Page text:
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Bakersfield's two-time Grammy winning jazz artist Gregory Porter comes home

Bakersfield's two-time Grammy winning jazz artist Gregory Porter comes home

BAKERSFIELD, Calif. - Two-time Grammy winner Gregory Porter has performed in front of sold out crowds all over the world, from New York's Carnegie hall to London's Royal Albert Hall.

But he started on the streets of Bakersfield.

"When you hear that soulful sound in any of my songs, that comes from these long prayers services that we used to have in churches around Bakersfield," explained Porter.

The celebrated artist is pure Bakersfield.

"39 years ago, we came here and I went to school at Eissler Elementary and was there until 5th grade and then I switched over to Colonel Nichols, and then I went to Chipman Jr High and then Highland High School.

But off the football field, the former homecoming king felt a connection on the streets, inside churches, in alleys.

"It was in this environment that I started to sing, my mother used to bring the PA system out on the street and I would sing to people on the street," said Porter.

For Gregory, his mother Ruth was his biggest inspiration.

"She grew up in Shrevesport, Louisiana, but the family moved from the South...I mean she was a young girl, and she picked cotton in Bakersfield when she was a teenager," said Porter.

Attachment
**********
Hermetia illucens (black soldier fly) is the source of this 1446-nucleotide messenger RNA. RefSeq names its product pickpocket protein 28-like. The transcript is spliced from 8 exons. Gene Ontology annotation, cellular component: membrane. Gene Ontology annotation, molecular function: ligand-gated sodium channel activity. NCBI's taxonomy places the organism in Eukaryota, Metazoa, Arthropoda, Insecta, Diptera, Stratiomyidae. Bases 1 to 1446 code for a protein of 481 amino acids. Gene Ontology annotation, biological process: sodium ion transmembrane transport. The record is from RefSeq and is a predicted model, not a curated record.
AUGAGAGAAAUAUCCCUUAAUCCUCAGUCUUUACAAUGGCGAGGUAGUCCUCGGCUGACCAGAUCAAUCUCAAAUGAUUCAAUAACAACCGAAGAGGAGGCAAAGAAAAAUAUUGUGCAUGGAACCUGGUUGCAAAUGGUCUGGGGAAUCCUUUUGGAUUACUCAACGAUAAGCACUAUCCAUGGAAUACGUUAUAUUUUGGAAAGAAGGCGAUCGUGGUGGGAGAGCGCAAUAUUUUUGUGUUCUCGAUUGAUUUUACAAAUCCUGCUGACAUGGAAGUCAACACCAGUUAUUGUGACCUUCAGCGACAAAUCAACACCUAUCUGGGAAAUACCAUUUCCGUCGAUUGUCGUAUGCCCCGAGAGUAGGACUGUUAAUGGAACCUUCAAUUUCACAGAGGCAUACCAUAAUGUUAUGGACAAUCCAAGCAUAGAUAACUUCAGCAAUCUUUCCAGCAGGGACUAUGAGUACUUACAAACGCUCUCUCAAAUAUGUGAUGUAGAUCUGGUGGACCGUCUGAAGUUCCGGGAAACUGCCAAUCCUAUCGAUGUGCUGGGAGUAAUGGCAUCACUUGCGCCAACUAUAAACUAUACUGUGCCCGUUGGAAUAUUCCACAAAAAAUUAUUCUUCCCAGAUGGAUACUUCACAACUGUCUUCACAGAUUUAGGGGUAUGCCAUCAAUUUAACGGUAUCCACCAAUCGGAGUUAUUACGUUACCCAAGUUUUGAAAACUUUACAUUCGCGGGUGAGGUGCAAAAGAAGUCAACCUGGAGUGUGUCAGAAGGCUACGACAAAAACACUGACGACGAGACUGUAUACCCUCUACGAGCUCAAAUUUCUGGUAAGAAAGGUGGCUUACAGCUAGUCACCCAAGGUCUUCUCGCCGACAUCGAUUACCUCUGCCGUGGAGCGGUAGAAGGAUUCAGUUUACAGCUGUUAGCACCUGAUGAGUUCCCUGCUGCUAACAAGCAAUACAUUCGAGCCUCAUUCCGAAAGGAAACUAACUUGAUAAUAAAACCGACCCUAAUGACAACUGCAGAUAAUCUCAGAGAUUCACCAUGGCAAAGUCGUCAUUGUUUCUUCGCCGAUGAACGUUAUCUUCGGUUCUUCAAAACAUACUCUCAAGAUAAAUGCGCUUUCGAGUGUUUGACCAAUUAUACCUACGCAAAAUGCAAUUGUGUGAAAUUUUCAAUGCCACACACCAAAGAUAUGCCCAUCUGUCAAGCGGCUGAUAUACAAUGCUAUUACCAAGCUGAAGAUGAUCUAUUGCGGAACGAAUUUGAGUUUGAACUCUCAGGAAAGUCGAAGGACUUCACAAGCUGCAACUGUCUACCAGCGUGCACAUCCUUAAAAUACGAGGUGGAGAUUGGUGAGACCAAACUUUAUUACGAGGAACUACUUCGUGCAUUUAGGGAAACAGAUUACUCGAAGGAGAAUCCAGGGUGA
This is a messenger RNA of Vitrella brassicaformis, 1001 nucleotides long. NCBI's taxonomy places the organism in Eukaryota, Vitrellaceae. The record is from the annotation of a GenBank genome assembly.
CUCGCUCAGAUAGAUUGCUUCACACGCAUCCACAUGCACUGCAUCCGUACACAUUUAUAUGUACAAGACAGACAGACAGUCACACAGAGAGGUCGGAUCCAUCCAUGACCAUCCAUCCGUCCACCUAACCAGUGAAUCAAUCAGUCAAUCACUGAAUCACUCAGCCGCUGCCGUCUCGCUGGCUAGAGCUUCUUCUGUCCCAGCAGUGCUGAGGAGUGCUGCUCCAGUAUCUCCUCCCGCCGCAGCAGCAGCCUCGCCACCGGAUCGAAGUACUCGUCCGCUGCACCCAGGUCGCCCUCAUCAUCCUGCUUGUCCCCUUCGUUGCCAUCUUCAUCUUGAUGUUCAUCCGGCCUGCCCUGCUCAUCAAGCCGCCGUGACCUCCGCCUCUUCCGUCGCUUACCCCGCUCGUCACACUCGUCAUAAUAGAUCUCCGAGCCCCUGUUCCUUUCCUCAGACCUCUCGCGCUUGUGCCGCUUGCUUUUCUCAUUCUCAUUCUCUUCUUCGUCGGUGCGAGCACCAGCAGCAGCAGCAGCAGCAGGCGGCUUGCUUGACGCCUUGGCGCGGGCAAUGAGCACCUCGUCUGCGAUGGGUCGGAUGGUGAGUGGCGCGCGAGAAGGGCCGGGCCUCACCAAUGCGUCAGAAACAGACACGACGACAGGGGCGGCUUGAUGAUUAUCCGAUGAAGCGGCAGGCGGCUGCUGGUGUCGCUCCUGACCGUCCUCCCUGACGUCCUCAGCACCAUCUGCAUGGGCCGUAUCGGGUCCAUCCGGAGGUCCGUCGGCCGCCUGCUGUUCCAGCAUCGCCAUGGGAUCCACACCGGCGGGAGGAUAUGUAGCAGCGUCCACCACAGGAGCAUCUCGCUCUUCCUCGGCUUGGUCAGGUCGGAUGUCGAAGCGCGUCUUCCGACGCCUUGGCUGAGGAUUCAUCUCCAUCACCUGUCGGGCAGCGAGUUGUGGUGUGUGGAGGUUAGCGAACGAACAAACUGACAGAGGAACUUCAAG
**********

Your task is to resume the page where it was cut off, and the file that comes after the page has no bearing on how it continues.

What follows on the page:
A minister herself, Ruth led by example, showing kindness that would influence Gregory's songs.

One church was on Union Avenue.

"She would invite the prostitutes to come in, just like I got some food for you, there's gonna be some singing and they would come...and that was my audience as well. Yea, 'Take me to the Alley,'" explained Porter.

"That energy, cultural energy, food culture, worship culture religious culture, musical culture, that is what I was touched by as a young person singing in the churches in Bakersfield, and that's what I take to stages all over the world," he said.

But life was not easy.

"I have an empathy inside of me to help people who have been pushed down and I have that because it has happened to me, I have been called names and my family was attacked and we did have a cross burned on our front yard...my brother was shot because he was black walking home from work, coming home from Oildale, those things did happen," recalled Porter.

"But my mother raised us to believe that we were no better and no worse, we were equal to everybody and we should treat everybody with respect and give everybody love, even your enemies," said Porter.

Years after her passing, Porter's brother maintains Ruth's spirit to this day on Baker Street.

"He's doing what my mother used to do. The name of the church is the House of Ruth. And he gives out food on Sunday or anytime that anybody's hungry. They want something they call him, he gives food and clothes and any other nutrients he can give them," said Porter. 

With a young son, a wife, and a puppy the past few years have led him back to Bakersfield to the Oleander neighborhood.

He recently held his first concert in Bakersfield in years, at Cal State Bakersfield, benefiting Habitat for Humanity.

"I'm glad to be back in Bakersfield ... it was great to see people of Bakersfield embracing my music the same way the rest of the world does," said Porter.

Porter says one of his favorite country singers is Merle Haggard and down the line he hopes to wrestle with those songs.

Until then, as Porter sings across the globe he tells people stories of Bakersfield, as much his music, as his home.


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